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Nigeria Exempts Public Universities, Other Tertiary institutions From IPPS Payment Platform 

They are also free to recruit staff without recourse to the Head of Service.

The Federal Executive Council (FEC) has okayed the exemption of public tertiary institutions, including universities, from the Integrated Personnel and Payroll Systems (IPPS).

Minister of Education, Professor Mamman Tahir, who disclosed this to newsmen on Wednesday after the week’s FEC meeting presided over by President Bola Tinubu at the State House, Abuja, also said Council relieved managements of tertiary institutions of the burden of obtaining approval and waiver from the Office of the Head of Federal Civil Service for recruitment.

He stressed that the exemption of tertiary institutions from the IPPIS platform and from seeking Head of Civil Service’s authority for recruitment would allow the institutions to deal with salary issues of their staff, as well as recruitment internally.  

According to him, FEC took the decision to remove the institutions from the IPPIS system because of its concern for efficiency and the management of the institutions.

Tahir, added that apart from the opposition to the payment system by the Academic Staff Union of Universities (ASUU), the IPPS issue had proved time consuming for university vice chancellors.

The Minister explained that as the tertiary institutions are governed by laws, they should be allowed to exercise their autonomy.

His words: “It was a very happy day for the education sector because one of the problems which the vice chancellors, rectors and provosts of colleges of education, those managing the tertiary sector in Nigeria, have been complaining about has been the subscription to the IPPIS.

“You know what IPPIS does, which has made recruitment and many other activities of the university remitting to personnel very difficult. Now today’s Council decided, the President has directed that vice chancellor should no longer…they have been taken out of that service. So this is a very, very important development for the vice chancellors that will allow for efficient management of the universities and tertiary education generally speaking.

“Then secondly, which is connected to that, before now when the tertiary institutions want to make an appointment, they have to write to the Office of the Head of Service for waiver or approval or that sort of thing. 

“Today, the Council, through the directive of the President, has exempted them. They don’t have to go to the Office of the Head of Service because it is actually not in their line of supervision.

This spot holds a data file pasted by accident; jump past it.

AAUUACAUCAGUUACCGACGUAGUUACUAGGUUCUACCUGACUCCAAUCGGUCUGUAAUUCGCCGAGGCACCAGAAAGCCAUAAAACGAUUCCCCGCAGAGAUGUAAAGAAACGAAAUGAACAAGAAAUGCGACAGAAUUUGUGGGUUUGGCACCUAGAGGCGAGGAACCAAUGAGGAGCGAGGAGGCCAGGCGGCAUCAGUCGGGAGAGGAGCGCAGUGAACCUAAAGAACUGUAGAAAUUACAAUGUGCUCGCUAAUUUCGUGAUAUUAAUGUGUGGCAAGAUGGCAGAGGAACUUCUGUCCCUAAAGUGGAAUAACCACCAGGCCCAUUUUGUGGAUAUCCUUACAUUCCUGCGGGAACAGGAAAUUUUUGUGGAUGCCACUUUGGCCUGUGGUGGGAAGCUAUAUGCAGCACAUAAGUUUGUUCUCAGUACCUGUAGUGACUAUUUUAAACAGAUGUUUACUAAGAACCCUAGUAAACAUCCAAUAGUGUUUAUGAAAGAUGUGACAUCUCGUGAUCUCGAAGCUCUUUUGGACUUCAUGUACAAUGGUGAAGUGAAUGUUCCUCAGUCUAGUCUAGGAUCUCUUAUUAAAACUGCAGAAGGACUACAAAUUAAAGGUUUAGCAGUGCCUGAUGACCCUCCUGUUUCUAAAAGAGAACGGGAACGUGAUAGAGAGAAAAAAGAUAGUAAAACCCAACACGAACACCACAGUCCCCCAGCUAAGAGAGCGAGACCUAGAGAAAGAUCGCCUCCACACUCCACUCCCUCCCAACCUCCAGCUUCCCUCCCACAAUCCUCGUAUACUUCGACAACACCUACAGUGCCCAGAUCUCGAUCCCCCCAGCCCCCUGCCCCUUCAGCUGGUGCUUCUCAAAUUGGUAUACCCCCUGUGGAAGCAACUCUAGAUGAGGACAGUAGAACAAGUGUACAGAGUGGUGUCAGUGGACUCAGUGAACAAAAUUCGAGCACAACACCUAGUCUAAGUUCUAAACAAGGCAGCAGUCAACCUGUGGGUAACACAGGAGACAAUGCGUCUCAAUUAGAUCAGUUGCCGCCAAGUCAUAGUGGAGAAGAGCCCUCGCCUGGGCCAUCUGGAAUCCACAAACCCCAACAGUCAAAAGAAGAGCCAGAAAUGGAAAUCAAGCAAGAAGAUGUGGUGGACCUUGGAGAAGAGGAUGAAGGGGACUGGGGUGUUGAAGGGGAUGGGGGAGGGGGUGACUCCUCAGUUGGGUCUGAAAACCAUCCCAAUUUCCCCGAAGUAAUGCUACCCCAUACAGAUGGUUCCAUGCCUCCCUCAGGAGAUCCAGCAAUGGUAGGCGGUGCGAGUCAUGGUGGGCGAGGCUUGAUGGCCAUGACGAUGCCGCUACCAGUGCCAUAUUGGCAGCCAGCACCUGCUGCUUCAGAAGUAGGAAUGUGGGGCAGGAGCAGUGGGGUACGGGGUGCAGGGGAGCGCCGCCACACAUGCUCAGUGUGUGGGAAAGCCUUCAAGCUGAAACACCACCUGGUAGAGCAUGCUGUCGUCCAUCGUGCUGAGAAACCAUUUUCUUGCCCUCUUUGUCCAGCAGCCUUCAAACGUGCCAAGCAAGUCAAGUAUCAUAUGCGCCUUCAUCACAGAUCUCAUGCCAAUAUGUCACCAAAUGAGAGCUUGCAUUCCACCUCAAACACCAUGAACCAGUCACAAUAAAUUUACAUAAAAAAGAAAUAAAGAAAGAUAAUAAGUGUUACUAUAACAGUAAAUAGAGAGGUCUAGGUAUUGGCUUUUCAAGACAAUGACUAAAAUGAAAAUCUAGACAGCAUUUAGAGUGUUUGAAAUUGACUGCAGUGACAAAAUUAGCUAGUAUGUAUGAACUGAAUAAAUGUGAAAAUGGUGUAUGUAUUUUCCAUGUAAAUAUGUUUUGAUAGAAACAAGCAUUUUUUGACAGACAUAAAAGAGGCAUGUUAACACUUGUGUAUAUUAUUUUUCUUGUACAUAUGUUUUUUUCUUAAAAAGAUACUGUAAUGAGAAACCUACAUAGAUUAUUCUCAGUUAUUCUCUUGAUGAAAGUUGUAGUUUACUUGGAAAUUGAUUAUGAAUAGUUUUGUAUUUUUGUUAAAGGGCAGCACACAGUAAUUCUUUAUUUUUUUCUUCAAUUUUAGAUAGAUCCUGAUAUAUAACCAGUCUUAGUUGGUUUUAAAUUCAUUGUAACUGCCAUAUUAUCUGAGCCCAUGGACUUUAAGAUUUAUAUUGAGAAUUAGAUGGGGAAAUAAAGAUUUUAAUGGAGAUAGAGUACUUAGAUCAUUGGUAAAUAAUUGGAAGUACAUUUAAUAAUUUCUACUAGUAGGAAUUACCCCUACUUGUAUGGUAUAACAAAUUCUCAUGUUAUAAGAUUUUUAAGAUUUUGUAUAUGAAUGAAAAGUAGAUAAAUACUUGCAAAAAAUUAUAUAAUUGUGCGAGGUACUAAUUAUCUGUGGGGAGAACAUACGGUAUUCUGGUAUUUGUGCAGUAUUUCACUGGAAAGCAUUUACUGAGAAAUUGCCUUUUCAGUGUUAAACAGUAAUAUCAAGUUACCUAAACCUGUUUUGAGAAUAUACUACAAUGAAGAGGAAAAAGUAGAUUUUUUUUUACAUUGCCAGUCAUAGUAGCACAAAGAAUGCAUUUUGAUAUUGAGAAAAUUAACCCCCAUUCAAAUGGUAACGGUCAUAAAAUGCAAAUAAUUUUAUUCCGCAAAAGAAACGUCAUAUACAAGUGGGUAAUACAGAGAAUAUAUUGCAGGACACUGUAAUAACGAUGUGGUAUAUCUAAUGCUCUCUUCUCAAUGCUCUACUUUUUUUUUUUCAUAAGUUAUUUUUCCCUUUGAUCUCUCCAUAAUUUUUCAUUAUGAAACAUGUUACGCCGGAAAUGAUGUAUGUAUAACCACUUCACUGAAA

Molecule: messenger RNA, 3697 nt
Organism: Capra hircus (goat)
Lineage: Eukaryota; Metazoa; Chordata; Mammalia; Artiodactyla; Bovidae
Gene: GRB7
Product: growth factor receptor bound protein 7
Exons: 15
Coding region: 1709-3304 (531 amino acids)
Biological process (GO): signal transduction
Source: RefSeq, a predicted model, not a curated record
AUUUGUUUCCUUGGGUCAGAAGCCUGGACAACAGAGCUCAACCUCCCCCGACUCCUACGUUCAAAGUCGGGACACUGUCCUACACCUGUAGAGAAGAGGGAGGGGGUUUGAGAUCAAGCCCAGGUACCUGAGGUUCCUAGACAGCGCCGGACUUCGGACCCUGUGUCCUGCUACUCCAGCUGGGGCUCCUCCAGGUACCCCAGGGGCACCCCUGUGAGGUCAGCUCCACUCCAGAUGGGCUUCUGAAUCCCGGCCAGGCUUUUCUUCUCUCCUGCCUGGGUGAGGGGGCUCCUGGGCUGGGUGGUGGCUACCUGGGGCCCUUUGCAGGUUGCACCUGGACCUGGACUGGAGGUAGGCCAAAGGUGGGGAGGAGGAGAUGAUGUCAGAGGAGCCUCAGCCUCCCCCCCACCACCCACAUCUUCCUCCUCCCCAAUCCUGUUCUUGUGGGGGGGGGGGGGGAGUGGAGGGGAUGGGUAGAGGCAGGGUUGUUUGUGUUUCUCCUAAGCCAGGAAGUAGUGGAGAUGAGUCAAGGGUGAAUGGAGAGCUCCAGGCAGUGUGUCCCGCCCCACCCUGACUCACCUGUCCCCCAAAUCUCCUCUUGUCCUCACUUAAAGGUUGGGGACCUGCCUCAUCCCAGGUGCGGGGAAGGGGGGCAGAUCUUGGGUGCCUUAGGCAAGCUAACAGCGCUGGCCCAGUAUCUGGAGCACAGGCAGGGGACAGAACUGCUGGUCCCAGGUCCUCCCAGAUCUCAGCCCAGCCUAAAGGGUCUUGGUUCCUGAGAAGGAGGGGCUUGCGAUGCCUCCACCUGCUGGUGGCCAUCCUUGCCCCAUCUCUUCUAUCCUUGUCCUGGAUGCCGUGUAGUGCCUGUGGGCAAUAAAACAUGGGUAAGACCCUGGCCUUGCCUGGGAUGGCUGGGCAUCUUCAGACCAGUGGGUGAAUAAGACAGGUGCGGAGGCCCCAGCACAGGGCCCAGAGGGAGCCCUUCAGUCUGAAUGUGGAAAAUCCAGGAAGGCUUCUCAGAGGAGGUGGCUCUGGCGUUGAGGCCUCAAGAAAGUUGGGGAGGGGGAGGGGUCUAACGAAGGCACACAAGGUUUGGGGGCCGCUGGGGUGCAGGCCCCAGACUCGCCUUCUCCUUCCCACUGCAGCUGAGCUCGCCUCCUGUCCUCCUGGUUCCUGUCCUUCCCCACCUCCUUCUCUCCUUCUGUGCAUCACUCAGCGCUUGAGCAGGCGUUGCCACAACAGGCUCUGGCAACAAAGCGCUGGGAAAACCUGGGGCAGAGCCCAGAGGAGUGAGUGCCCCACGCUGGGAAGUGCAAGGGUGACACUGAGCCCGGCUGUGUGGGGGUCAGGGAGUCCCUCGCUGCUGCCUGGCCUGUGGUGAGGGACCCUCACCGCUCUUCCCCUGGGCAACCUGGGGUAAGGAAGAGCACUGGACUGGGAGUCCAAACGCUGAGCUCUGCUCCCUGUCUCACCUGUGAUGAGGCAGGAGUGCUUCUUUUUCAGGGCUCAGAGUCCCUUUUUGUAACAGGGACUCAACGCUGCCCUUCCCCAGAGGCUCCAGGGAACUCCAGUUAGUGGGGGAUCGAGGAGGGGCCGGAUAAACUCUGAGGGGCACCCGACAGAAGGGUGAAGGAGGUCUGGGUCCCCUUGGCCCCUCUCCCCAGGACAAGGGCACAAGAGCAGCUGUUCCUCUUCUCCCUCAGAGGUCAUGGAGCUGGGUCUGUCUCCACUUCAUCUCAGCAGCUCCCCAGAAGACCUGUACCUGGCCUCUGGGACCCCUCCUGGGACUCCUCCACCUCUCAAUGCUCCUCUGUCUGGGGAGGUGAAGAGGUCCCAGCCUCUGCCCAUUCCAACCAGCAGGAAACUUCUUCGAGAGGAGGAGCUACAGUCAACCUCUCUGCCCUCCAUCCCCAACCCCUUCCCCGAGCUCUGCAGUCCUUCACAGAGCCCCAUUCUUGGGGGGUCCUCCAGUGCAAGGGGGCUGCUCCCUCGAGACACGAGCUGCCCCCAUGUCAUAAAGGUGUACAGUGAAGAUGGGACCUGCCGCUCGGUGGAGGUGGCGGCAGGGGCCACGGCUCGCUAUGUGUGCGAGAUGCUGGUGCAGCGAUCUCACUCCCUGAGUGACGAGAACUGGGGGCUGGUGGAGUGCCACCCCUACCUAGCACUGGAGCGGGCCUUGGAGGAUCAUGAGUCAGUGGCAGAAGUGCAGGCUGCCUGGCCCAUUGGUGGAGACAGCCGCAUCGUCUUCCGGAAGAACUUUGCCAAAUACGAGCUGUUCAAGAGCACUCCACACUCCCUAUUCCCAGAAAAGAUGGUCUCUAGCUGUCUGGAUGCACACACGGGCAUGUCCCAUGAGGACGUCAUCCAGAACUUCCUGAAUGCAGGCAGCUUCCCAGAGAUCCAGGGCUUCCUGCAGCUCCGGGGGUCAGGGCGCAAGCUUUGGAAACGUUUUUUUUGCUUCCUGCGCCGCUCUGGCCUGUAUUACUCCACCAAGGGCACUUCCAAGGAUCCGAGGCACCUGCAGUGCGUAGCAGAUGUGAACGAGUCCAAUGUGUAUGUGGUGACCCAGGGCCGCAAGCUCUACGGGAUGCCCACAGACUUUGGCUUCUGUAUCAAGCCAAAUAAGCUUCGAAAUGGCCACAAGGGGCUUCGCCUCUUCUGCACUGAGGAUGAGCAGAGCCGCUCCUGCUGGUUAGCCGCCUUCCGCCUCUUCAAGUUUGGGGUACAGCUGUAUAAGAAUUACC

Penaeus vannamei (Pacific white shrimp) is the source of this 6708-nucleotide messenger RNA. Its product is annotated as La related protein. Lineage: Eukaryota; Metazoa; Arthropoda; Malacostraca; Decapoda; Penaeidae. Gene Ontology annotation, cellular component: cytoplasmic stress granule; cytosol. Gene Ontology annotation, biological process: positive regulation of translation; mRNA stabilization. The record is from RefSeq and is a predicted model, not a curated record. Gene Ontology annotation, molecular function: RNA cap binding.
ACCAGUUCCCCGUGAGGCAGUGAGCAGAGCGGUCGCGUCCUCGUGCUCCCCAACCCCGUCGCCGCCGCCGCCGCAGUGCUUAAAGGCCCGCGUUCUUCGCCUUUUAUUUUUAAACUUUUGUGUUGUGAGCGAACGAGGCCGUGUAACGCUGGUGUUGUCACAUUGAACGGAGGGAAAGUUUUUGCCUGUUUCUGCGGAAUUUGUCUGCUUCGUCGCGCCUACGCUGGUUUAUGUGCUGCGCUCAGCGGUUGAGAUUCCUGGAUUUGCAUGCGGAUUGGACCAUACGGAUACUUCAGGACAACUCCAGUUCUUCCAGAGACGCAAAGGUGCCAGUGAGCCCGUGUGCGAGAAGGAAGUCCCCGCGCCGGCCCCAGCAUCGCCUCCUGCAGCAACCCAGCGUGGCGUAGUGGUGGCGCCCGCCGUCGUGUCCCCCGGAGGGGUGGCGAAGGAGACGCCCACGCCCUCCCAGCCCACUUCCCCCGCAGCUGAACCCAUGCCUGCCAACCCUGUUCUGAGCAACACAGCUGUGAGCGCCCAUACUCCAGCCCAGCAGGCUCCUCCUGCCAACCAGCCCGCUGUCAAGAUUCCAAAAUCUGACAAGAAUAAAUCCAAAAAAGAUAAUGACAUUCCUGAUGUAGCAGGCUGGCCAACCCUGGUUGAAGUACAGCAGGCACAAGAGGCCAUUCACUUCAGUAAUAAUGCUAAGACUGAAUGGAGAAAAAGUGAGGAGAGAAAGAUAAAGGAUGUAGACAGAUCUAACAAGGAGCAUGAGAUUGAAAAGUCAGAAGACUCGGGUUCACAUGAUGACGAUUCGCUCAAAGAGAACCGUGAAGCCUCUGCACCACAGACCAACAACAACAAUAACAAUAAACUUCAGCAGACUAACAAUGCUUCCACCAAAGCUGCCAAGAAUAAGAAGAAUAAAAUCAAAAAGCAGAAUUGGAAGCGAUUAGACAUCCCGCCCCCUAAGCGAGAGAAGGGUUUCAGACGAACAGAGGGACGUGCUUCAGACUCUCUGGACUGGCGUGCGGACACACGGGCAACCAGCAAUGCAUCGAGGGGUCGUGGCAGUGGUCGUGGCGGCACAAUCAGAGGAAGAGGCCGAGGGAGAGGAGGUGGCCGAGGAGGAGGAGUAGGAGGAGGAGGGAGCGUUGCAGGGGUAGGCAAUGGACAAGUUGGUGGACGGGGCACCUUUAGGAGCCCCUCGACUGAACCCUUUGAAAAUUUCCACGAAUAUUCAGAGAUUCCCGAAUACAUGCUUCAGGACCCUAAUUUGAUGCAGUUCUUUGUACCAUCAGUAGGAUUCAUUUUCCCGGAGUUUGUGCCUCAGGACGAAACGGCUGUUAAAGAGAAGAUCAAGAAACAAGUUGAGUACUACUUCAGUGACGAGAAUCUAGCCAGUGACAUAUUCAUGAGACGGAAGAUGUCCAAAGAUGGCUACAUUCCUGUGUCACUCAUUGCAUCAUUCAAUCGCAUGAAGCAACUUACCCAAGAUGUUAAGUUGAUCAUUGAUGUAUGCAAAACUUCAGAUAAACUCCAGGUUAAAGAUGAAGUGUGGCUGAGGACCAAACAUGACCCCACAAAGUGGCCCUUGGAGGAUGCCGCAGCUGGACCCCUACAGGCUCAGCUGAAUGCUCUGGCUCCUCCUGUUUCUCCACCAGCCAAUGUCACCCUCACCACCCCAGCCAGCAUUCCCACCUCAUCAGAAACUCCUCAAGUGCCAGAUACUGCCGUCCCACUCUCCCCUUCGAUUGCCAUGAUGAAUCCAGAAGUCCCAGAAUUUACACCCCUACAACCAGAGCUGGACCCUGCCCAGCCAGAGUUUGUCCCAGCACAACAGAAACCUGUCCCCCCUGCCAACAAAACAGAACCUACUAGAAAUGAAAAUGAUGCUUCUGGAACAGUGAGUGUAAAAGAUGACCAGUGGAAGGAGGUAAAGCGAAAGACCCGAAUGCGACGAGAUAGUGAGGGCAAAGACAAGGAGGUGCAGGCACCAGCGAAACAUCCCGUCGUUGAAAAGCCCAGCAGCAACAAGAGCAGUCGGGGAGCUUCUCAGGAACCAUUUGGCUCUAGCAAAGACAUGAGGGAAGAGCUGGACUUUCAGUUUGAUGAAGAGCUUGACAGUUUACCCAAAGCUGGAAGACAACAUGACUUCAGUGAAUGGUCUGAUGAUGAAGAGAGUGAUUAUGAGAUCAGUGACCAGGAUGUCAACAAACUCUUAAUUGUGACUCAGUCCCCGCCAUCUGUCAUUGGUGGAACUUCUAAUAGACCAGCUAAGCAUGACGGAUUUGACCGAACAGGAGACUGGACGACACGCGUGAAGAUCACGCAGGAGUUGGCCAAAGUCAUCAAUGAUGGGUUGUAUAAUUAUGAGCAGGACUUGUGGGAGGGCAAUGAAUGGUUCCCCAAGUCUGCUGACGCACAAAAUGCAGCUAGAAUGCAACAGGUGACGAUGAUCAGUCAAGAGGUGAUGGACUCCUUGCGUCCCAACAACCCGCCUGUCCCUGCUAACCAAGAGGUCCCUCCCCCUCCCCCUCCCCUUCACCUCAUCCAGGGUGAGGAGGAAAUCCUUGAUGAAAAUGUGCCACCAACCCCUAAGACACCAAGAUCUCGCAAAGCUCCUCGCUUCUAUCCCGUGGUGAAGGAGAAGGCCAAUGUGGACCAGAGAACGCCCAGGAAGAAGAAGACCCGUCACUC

Shedding more light on FEC approval on IPPIS, Minister of Information and National Orientation, Muhammed Idris, said “today, the universities and other tertiary institutions have gotten a very big relief from the integrated personnel payroll and information system. You will recall that the university authorities and the others have been clamouring for the exemption of the universities and other tertiary institutions from this system.

“Today, council has graciously approved that. What that means is that going forward, the universities like the Honorable Minister of Education has said and other tertiary institutions, the polytechnics and colleges of education will be taken off the IPPIS.

“What that means in simple language is that the university authorities and other tertiary institutions will now be paying their own personnel from their own end instead of relying on the IPPIS”, he said.

The IPPIS had been a bone of contention between university lecturers under the aegis of Academic Staff Union of Universities (ASUU) and the past administration of President Muhammadu Buhari.

In 2020, ASUU, which went on a eight-month strike due to disputes with the Federal Government regarding the payment platform opted for the University Transparency Account System (UTAS).

The IPPIS was introduced by the federal government in October 2006 as part of its reform initiatives to effectively store personnel records and promote transparency and accountability.

Also on Wednesday, FEC approved the sum of N2.2 billion to procure some navigational communication equipment for Port Harcourt International Airport.

Minister of Aviation and Aerospace Development, Festus Keyamo, in his press briefing after the Council meeting explained 

that the equipment to be procured is mainly for communication and is called remote assets devices and other accessories to be used for the wide-area multilateral air traffic management system.

He said: “The memo to Council has to do with some navigational equipment at the Port Harcourt International Airport. The communication equipment. They call them the VHF FM radios, remote assets, devices and other accessories for the wide area multilateration air traffic management system at Port Harcourt.

 “What we want to do is that once we concentrate on the part of aviation that attracts the optics or call the optics to clean toilets, the buildings go there arrival halls and all of that, that the public will want to see we see all the time. There are very complex issues behind the scenes that have to do with the safety of our air spaces and all of that.”

Keyamo stressed that the equipment will focus on the optic part of the aviation industry, facilitating more travellers’ safety.

 “So we are purchasing this equipment for topcoats international airports at the sum of 2,227,000,007 Naira inclusive of 7.5% VAT  with a delivery period of nine months and it has been awarded in favour of a company that is the representative of one of the best companies in the world that produce such navigation such communication equipment for the aviation sector”.

Deji Elumoye in Abuja 

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